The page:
Related Reviews
Classical.net
'Butt's performance is magisterial...'
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International Record Review
IRR Outstanding: ‘John Butt's Olympian traversal is destined to be remembered…as a significant and enduring musical landmark. Be under no illusions – this is a colossal and revelatory feat, and a major addition both to the current Bach discography and to contemporary performance scholarship.’
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Early Music Review
'The overall effect is exhilarating and Butt's formidable technique means that one is made very aware of the keyboard virtuosity for which Bach was known, just as much as for the compositional complexity of the fugues.'
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MusicWeb International
'I am in awe of Butt's keyboard prowess.'
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All About Jazz
'Butt's playing is reverent, precise and accurate.'
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BBC Music Magazine
4 Stars
'[John Butt's] account of Bach's 48 preludes and fugues is illuminating and thought provoking.'
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Klassiekezaken
'Een heel spannende uitvoering dus, gespeeld op een fraai instrument en ook nog eens schitterend opgenomen.' / 'A very exciting performance therefore, played on a beautiful instrument and another included magnificent.'
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Gramophone
'Butt offers plenty of food for thought, along with his own extensive annotations discussing both the music and issues of performance practice.'
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CD Choice
'John Butt makes the best case for this music on a harpsichord.'
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The Times
4 Stars
'John Butt has the scholarly credentials to rethink how the 48 preludes and fugues should be performed, and the nimble fingers to translate his theories into impeccable clear readings on the harpsichord.'
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Taipei Times
'...supreme incisiveness and clarity...'
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The Herald Scotland
'...there is brawn, wit and chutzpah behind pretty much everything [Butt] does.'
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AllMusic
5 Stars
'Editor's Choice': 'John Butt's set on Linn warrants attention, not only for being a rarity, but more importantly for the extraordinary quality of his interpretations...Highly recommended.'
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The Guardian
'assertive and muscular'
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McAlister Matheson Music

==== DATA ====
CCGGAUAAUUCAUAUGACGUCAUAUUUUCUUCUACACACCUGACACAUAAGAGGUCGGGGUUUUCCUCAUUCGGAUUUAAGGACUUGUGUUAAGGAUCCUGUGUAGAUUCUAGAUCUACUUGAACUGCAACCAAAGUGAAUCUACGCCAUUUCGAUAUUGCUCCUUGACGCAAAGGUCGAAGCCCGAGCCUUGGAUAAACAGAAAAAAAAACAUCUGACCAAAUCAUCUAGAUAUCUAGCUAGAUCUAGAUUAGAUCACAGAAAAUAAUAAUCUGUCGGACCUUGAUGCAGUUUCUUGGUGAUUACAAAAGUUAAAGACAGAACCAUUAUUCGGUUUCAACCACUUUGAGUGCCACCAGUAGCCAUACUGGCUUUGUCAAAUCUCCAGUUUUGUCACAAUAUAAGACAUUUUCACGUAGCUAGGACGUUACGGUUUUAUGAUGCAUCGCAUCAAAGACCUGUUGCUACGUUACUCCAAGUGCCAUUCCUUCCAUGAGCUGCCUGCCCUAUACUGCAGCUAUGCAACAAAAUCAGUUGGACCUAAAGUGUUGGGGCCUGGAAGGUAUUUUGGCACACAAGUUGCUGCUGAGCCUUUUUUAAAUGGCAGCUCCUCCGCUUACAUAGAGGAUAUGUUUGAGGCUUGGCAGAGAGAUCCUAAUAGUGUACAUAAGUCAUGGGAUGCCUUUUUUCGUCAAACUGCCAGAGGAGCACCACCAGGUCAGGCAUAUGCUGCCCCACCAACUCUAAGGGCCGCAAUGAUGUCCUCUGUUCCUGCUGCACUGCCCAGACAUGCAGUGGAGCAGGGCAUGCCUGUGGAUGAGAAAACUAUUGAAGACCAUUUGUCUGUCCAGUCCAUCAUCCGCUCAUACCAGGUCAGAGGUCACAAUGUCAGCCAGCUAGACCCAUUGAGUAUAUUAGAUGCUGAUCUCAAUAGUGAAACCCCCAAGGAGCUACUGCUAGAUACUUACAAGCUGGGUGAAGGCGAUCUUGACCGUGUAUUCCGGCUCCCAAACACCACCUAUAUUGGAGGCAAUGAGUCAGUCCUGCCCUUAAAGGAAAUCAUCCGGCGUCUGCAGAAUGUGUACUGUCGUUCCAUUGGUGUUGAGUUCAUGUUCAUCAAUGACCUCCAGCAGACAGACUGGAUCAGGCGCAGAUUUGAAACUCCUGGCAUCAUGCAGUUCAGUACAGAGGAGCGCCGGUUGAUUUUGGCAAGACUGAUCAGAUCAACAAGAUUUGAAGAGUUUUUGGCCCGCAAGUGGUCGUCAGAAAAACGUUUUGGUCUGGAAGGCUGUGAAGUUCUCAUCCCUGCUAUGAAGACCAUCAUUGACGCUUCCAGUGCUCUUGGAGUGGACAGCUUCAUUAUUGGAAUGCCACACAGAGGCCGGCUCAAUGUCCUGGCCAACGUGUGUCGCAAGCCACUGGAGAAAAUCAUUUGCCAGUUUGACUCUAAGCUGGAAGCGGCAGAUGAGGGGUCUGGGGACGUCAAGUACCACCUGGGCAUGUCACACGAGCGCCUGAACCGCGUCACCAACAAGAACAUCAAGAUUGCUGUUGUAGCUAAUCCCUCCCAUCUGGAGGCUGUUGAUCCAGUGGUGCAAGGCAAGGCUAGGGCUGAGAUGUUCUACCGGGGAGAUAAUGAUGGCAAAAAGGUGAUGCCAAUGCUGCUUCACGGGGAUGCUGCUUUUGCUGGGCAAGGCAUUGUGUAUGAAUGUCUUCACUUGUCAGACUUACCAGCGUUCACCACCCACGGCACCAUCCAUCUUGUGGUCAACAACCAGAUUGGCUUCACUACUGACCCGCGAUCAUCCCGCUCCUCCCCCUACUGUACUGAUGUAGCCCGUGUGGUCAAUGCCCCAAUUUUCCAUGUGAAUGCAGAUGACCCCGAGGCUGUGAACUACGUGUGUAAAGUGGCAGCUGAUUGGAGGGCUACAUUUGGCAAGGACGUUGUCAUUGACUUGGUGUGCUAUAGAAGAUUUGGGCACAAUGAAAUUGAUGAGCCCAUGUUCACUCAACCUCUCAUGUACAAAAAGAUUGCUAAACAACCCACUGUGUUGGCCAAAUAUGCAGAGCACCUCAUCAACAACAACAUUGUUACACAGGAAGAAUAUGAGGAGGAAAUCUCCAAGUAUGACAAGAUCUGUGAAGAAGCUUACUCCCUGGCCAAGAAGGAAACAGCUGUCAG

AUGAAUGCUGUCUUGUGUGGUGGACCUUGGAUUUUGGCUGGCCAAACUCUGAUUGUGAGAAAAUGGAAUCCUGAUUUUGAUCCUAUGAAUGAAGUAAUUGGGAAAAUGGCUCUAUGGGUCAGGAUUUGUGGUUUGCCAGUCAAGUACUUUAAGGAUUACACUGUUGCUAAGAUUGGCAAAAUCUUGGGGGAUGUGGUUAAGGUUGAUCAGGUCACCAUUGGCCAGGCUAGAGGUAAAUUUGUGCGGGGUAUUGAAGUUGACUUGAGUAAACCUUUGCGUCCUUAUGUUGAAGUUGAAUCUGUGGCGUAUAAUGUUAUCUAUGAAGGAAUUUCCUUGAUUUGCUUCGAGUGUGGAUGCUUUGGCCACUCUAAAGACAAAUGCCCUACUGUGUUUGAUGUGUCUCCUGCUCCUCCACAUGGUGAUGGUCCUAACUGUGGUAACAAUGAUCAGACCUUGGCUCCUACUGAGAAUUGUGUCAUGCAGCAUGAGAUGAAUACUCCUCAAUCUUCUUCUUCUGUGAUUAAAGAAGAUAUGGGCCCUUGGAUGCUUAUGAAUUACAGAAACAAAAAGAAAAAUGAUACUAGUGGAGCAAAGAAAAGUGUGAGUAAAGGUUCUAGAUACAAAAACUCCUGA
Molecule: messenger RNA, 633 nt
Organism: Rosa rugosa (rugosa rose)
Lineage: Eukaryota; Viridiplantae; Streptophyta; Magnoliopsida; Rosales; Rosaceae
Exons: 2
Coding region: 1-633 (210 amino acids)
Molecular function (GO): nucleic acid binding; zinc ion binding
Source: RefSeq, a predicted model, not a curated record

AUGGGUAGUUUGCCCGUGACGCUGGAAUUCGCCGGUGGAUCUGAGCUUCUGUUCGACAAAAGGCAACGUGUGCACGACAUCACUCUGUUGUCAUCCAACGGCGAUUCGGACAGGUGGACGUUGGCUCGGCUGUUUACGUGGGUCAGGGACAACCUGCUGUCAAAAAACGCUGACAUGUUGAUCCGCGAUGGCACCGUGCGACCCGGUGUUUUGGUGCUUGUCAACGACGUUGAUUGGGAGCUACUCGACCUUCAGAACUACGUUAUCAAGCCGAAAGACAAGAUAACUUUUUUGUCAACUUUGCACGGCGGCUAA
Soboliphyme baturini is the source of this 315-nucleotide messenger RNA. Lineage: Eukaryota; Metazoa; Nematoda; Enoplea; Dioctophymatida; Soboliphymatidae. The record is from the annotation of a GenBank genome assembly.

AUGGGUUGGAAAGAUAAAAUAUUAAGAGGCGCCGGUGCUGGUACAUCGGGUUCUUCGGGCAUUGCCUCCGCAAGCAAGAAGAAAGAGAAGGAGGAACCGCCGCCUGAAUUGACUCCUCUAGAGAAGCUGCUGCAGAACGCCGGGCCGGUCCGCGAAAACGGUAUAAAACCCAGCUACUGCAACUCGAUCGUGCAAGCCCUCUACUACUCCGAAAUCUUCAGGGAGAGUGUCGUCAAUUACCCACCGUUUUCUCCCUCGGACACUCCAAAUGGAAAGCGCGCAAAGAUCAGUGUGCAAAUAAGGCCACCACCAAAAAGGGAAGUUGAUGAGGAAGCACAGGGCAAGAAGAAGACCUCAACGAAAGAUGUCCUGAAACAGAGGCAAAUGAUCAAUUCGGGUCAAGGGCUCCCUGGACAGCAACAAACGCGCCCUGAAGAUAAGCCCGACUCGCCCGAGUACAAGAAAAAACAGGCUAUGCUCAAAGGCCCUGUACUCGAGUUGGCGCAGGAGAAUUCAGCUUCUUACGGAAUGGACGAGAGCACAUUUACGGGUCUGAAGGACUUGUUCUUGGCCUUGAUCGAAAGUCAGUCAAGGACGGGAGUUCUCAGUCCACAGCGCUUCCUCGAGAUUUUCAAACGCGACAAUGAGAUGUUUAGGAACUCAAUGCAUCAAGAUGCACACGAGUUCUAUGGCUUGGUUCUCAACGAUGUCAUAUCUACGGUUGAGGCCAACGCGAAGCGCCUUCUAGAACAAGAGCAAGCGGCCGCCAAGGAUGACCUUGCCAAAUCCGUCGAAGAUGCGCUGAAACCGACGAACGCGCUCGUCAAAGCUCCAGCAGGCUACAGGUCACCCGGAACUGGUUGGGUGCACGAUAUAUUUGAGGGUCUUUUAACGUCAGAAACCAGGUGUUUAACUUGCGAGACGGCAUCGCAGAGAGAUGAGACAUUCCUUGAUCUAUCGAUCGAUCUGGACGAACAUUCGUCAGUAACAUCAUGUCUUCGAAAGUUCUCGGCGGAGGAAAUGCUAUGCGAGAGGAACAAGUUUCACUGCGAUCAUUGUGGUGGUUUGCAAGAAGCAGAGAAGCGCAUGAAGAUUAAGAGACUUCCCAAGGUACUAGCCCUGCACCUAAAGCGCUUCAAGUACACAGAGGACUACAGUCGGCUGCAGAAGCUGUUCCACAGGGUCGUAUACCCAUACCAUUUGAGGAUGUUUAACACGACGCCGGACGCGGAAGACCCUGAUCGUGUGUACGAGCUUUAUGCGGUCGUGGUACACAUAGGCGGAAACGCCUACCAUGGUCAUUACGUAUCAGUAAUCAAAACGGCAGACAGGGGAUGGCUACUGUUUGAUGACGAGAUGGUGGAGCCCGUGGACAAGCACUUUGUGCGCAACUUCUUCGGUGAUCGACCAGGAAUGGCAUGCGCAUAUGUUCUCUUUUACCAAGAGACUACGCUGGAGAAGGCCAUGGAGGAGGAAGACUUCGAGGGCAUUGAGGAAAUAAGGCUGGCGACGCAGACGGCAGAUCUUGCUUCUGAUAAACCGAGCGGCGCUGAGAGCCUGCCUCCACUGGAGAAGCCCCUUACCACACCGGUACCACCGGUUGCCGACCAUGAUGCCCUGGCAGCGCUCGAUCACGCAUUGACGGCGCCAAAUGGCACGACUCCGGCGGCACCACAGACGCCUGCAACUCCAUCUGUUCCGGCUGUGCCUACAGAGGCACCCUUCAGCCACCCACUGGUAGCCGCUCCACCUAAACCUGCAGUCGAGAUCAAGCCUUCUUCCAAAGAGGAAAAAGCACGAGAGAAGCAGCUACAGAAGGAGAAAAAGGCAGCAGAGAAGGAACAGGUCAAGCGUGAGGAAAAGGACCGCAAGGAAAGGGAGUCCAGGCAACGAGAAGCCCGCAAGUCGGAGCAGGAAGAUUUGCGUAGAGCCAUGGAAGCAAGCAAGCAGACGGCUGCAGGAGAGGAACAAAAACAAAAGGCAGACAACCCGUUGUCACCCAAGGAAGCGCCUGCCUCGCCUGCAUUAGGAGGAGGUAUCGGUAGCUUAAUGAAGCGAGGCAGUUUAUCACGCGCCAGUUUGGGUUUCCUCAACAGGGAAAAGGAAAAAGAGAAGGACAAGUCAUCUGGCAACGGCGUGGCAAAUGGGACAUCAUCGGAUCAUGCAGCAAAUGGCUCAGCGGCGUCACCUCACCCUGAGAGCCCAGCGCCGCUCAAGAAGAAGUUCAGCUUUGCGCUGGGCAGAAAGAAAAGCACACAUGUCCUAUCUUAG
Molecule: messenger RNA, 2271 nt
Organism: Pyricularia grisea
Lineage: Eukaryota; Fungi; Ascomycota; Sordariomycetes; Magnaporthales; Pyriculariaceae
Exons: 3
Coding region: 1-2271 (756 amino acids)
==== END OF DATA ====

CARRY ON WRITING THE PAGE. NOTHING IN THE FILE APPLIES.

'I gained especial pleasure from Book II which came alive under Butt’s fingers, musically varied and not in the least dry or academic. Recommended!'
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The Scotsman
4 Stars
‘Butt’s infectious interpretations are as dazzling as they are intellectually challenging…a box of heavenly delights.’
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John Butt - Bach WTC - Limelight


09 February 2015
Limelight
Philip Clark
5 Stars

BACK-TO-BASICS BACH
Butt's Well-Tempered is surely as Johann Sebastian intended.

By refusing to ally himself to the received wisdom that Bach always sounds best on an ocean-going modern grand piano, John Butt gives us a Well-Tempered Clavier performed on harpsichord and instantly we're teleported back to an ancient, shady world of tuning that feels as alien to our modern experience as water divining, those harmonic ripples causing the basics of familiar musical gesture to flow in ways which are utterly unexpected, but that also feel instinctively right as Bach swims in appropriate waters again.

When performed on the sort of grand piano that does Brahms or Rachmaninov favours, the Well-Tempered. Clavier becomes frozen in time, like an adjunct to Classicism or Romanticism, more a hook for our convenience as it turns out because that is the historical prism through which we're most comfortable hearing anything vaguely 'Classical'. Bach, though, had precisely nothing to do with that Classical milieu, and Butt, playing on a facsimile of a harpsichord built during the first decade of the 1700s, plugs us back into the archaic world into which this music was actually born.

Which is a bracingly radical, forward-thinking stance for a Bach interpreter to take. Even something as glaringly familiar as the Prelude No 1 in C, as layers of 19th-century expressive varnish are stripped away, can become bracingly new, a construct as ripe for discovery as a composition by Xenakis. At three hours thirty, this is a long listen - but good! Buy this set, imbibe carefully, and you'll hear Bach's music evolve in its own internal time. Butt's informed take on the past a future in itself.

Those triadic patterns we know so well are, to pull an analogy from film, lit differently. Move away from the homogenisation of modern-day equal tempered tuning and the vibrations between notes opens up. This can, admittedly, be a shock.

The expected ribbons of seamless arpeggios mutate into a pathway less certain and texturally bumpier. Chromatic notes grind against the underlying tonality. Musical material is placed in tension with the instrument; the bouldering, sped-up semi-quaver muscularity of the C Minor Prelude (Book 1) leaves the harpsichord wheezing; in Book 2, the flâneur chromatic inclines of the D Minor Fugue sound deliciously gamey and deviant - enough to make you sigh with painful pleasure.


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